In this case, Dr. Farey completed a residual functional capacity evaluation on July 9, 2008, about seven months after the aforementioned letter. At that time, she opined that based on plaintiff's right elbow olecronan fracture post two attempted surgical repairs, plaintiff could only sit, stand or walk for two hours each in an eight hour day. He could only sit or stand for thirty minutes before he needed to change positions. (Id. at 442.) He could only walk around every 60 minutes, and could only walk for 15 minutes each time. He would need to be able to shift at will from sitting or standing/walking and take unscheduled breaks for ten to fifteen minutes at a time before returning to work. (Id. at 443.) Dr. Farey concluded that plaintiff should not do heavy manual labor. (Id. at 444.) This opinion was based solely on plaintiff's right elbow fracture. (Id. at 442.)

The ALJ was not required to delve further into the reasons for Dr. Farey's disability analysis as he properly rejected her opinion on disability. There are no findings in the medical records that would support limitations of the degree described by Dr. Farey in her RFC. Plaintiff's ability to sit, stand, walk and necessity to take breaks should not be affected by his right elbow limitation, which is the only real limitation remaining. (Tr. at 18.) In fact, Dr. Farey's RFC is so inconsistent with the medical record that one might infer she was acting as an advocate for plaintiff. See Matney v. Sullivan, 981 F.2d 1016, 1020 (9th Cir. 1992) (ALJ may reject medical opinion where doctor acts as an advocate in claimant's pursuit of benefits).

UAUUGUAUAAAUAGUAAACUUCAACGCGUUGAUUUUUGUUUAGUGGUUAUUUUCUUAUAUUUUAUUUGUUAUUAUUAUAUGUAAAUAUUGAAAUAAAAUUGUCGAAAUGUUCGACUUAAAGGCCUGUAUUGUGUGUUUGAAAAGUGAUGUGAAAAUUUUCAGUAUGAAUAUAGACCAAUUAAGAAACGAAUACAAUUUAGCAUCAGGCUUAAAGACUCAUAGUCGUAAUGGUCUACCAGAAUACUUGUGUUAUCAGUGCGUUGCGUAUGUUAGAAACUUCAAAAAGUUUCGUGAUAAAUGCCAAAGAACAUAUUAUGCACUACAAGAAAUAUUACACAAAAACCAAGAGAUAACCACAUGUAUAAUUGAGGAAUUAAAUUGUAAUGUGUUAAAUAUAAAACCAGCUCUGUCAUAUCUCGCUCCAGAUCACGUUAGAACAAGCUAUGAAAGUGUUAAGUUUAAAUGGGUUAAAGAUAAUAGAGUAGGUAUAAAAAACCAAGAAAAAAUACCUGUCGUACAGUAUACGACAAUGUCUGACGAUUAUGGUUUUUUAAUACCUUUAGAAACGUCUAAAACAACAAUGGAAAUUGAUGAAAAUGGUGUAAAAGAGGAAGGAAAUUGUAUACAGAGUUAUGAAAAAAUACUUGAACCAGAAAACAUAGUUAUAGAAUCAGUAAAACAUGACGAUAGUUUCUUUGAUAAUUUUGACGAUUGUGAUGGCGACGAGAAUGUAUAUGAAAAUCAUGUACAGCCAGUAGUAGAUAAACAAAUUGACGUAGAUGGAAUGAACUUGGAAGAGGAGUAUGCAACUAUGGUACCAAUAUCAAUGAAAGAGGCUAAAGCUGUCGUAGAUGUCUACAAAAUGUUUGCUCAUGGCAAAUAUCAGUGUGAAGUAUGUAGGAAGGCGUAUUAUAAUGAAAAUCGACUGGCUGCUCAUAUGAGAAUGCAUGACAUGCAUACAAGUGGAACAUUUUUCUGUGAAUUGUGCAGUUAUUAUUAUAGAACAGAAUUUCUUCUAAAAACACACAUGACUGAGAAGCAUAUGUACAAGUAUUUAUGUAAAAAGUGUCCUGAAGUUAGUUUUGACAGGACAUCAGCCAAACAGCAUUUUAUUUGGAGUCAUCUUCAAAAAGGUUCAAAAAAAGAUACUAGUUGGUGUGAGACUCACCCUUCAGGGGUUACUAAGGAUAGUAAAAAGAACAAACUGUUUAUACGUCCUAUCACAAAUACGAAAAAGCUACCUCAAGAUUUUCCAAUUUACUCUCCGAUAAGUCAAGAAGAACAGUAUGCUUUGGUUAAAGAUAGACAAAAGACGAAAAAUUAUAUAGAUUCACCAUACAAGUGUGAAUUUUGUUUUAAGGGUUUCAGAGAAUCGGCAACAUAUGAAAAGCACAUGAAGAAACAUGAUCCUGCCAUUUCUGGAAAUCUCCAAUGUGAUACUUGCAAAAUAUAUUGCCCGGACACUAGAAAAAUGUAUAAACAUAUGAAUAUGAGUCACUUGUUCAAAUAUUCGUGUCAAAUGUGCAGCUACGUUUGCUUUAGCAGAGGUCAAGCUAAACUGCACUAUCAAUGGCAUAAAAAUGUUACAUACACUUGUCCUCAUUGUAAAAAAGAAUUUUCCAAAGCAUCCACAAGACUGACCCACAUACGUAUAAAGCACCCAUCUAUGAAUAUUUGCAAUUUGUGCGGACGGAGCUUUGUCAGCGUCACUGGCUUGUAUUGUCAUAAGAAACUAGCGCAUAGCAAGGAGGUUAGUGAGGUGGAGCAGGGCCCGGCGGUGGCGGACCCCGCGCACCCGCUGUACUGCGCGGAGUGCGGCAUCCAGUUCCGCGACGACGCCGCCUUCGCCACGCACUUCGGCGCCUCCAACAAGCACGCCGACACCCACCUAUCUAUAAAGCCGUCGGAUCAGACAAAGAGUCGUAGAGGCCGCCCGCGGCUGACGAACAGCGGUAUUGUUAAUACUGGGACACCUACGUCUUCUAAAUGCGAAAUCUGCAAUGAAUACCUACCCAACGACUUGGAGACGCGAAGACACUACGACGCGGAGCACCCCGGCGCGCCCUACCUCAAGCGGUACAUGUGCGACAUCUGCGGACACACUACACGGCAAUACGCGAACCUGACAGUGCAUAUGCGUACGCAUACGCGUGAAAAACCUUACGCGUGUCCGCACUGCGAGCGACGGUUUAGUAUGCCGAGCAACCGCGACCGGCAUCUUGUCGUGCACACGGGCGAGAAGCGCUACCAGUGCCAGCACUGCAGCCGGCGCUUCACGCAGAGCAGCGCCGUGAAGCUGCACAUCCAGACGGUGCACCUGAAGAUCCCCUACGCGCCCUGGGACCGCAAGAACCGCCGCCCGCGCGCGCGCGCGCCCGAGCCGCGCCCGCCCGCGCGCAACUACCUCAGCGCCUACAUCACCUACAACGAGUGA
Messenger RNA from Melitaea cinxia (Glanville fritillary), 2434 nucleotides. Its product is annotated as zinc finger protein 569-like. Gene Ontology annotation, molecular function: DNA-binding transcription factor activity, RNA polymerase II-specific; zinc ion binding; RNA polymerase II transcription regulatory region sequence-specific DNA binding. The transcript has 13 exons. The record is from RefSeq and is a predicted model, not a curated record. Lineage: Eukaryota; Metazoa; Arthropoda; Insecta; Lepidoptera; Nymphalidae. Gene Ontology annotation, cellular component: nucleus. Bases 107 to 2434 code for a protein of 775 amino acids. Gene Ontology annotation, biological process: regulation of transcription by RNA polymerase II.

Further, to the extent he claims he has a rib cage limitation, Dr. Momi conducted an internal medical consultation and noted that plaintiff's right side of his chest rib cage hurt only when "he does sneeze or cough, but no pain on the regular movements." (Id. at 348.) Furthermore, although plaintiff testified that he used a cane at the hearing because he had difficulty walking, he told Dr. Momi that he walked with a cane for about a month after the October 26, 2005 car accident, but at the time of this February 21, 2006 consultation, he "denies any problem in walking." (Id. at 348.)